BAMBERGER: I like his name, know nothing about him and stand in awe of anybody at 23 who has done what he has already done. In ten years, he passed about five million people on the world rankings.


SENS: He’s further proof that PGA Tour deserves the Any Given Sunday slogan more than the NFL. So many young talents that it’s hard to keep them straight. Count Grillo in that ever expanding, if sometimes indistinguishable, group.

PASSOV: Had Grillo lost this playoff, he could have cemented his status in the all-choke Hall of Fame. He missed a near tap-in that cost him the title in Puerto Rico earlier in 2015 and this right-center three footer was ridiculously easy for a professional golfer. So you know what? He still got the job done at the Frys with some seriously great, clutch shots. Grillo has a ton of talent. If he can learn from what went awry on those short ones, perhaps he’s a star in the making.

MOHLER: Grillo has serious game and he seems to have the mental strength under pressure to back it. Surely Kevin Na isn’t the most formidable opponent when the heat is on, but he’s a veteran with a PGA Tour victory to his name. That’s more than Grillo could say, at least until now. Many players have proven their worth on either the Tour or the European

4. Kevin Na hit driver off the deck — and hit it fat — on the second playoff hole, and that mistake allowed Grillo to secure the win. Na has now been second seven times and won just once in his career. What’s holding him back?

VAN SICKLE: Na has a terrific short game, among the best on tour. His ballstriking isn’t quite to that level and he’s always been a little jumpy and nervy. I think it’s hard for him to control the adrenaline down the stretch and in playoffs, just like it is for a lot of players. I think he keeps improving, though, so I wouldn’t write him off.

BAMBERGER: Hmm. I don’t know but a guess would be that he needs to make better decisions and swings late on Sundays.

SENS: You could look at it in the inverse. For a guy who is a long way from one of the Tour’s bigger hitters and who has battled the driver yips, it’s amazing how far he has gotten.


PASSOV: Na’s lack of length hurts him overall. What’s interesting about Na and his game, now that he’s shed the slow-play, pull-the-trigger nightmares, is that he takes a lot of chances, which leads to many birdies but also to many bogeys. Until he can cut down on those aggressive mistakes at crunch time, he’ll continue to be a frequent contender, but not a frequent winner.

MOHLER: Na constantly looks more frazzled under pressure than almost any player who contends as often as he does. Driver off the deck, a shot with almost zero room for error, on the second playoff hole is a ballsy move to say the least, and probably not the smartest play. He wasn’t going to defeat Grillo with a great second shot on 18 but still went for the heroic play. Na’s pre-shot routine seems to be different with every swing down the stretch. A different mental approach that allows him to relax more could be what he needs. Of course, if it were that easy, he’d have 10 PGA Tour wins instead of only one.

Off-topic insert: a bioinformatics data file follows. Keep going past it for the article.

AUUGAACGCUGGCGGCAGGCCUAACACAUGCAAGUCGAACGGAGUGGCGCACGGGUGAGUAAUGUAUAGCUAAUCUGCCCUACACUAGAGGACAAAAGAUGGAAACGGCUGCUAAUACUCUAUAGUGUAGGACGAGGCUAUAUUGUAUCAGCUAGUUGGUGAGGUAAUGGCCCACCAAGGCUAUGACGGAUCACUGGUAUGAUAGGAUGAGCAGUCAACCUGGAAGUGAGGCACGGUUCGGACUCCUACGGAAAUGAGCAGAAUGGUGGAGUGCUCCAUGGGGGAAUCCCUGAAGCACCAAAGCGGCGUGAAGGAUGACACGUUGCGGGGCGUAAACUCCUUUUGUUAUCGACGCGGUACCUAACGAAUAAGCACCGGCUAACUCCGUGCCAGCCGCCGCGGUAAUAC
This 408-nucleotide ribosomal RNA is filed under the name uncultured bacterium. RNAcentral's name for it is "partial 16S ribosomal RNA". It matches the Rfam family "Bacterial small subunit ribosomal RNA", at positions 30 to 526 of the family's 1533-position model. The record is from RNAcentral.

5. How would you grade Rory’s 2015-16 debut? A success? A flop? Or not significant either way?

VAN SICKLE: It wasn’t Rory’s kind of course–shortish, tight and not a big-hitter’s track. That said, his putting didn’t look so good and he joked about nearly getting hit by Grillo’s tee shot that, “At least it would’ve put me out of my misery.” Rory played because he had to. Not a good start but not a big deal, either.

BAMBERGER: To quote the great man–and we all know who that is–it was a “baby step.” One that will not be remembered for long.

SENS: I doubt Rory looks at the Frys as a vital barometer, and we shouldn’t either. This is the low-gear stage of the season for him. He’ll be revving up for the events that matter most to him soon enough.

PASSOV: After his comment about playing tournament golf in the Napa region (“It’s a nice event. It’s a beautiful part of the world. There’s a lot of stuff to do off the course as well. Just trying to find a balance between not feeling too hungover when you tee it up the next day.”), I’ll give him an ‘A’ for perspective. Hey, the only reason he was here is because he signed a deal with the Tour that permitted him to play a 2012 exhibition in Turkey in exchange for showing up at the Frys within three years. Others in his position would have missed the cut and been on a private jet on Friday night. At least Rory showed up for four rounds. T26? Not great, but not bad.

MOHLER: Not much should be made of Rory’s debut. He played solid golf after a few short weeks off and didn’t do anything spectacularly good or bad along the way. McIlroy is smart enough to not peak during the Fall Series. I imagine we won’t see his best stuff until mid-spring.

6. Lexi Thompson won in South Korea but Amy Yang stole the headlines when she became the first player in LPGA Tour history to close with nine straight birdies, shooting a 27 on the back nine on Sunday for a 62. What is the greatest scoring feat in golf?

VAN SICKLE: I’m sticking with Johnny Miller’s 63 at Oakmont. It’s possibly the world’s hardest course and he did it with persimmon woods and old blades and a balata ball. Forty-plus years later, nobody has shot lower in a major championship despite the waves of technological advancements. Maybe you’re tired of hearing Johnny talk about it on TV, but that 63 has stood the test of time.

BAMBERGER: For a single round, Johnny Miller’s 63 at the ’73 U.S. Open at Oakmont.

SENS: You mean, aside from Kim Jong Il’s 34-under in a single round? As GOLF Mag’s go-to stat guru has pointed out, from August 1999 to November 2000, Tiger Woods beat the field’s scoring average in 89 straight tournament rounds, which is about three times longer than any streak by his closest competitor. That’s a stretch of prolonged excellence that puts him in DiMaggio hitting streak territory.

PASSOV: Whew, so late at night and so many possibilities. I’ll go with my first two thoughts: Johnny Miller’s final-round, eight-under-par 63 to win the 1973 U.S. Open at Oakmont strikes me because only three other players broke 70 that day. For sheer domination, I’ll go with Tiger Woods’ 12-under-par 272 total to win the 2000 U.S. Open at Pebble Beach by 15 shots–and that was with a triple-bogey 7 at the third hole on Saturday.

The Tour Confidential roundtable continues Monday on our new weekly show hosted by Jessica Marksbury. Tweet her your questions @Jess_Marksbury.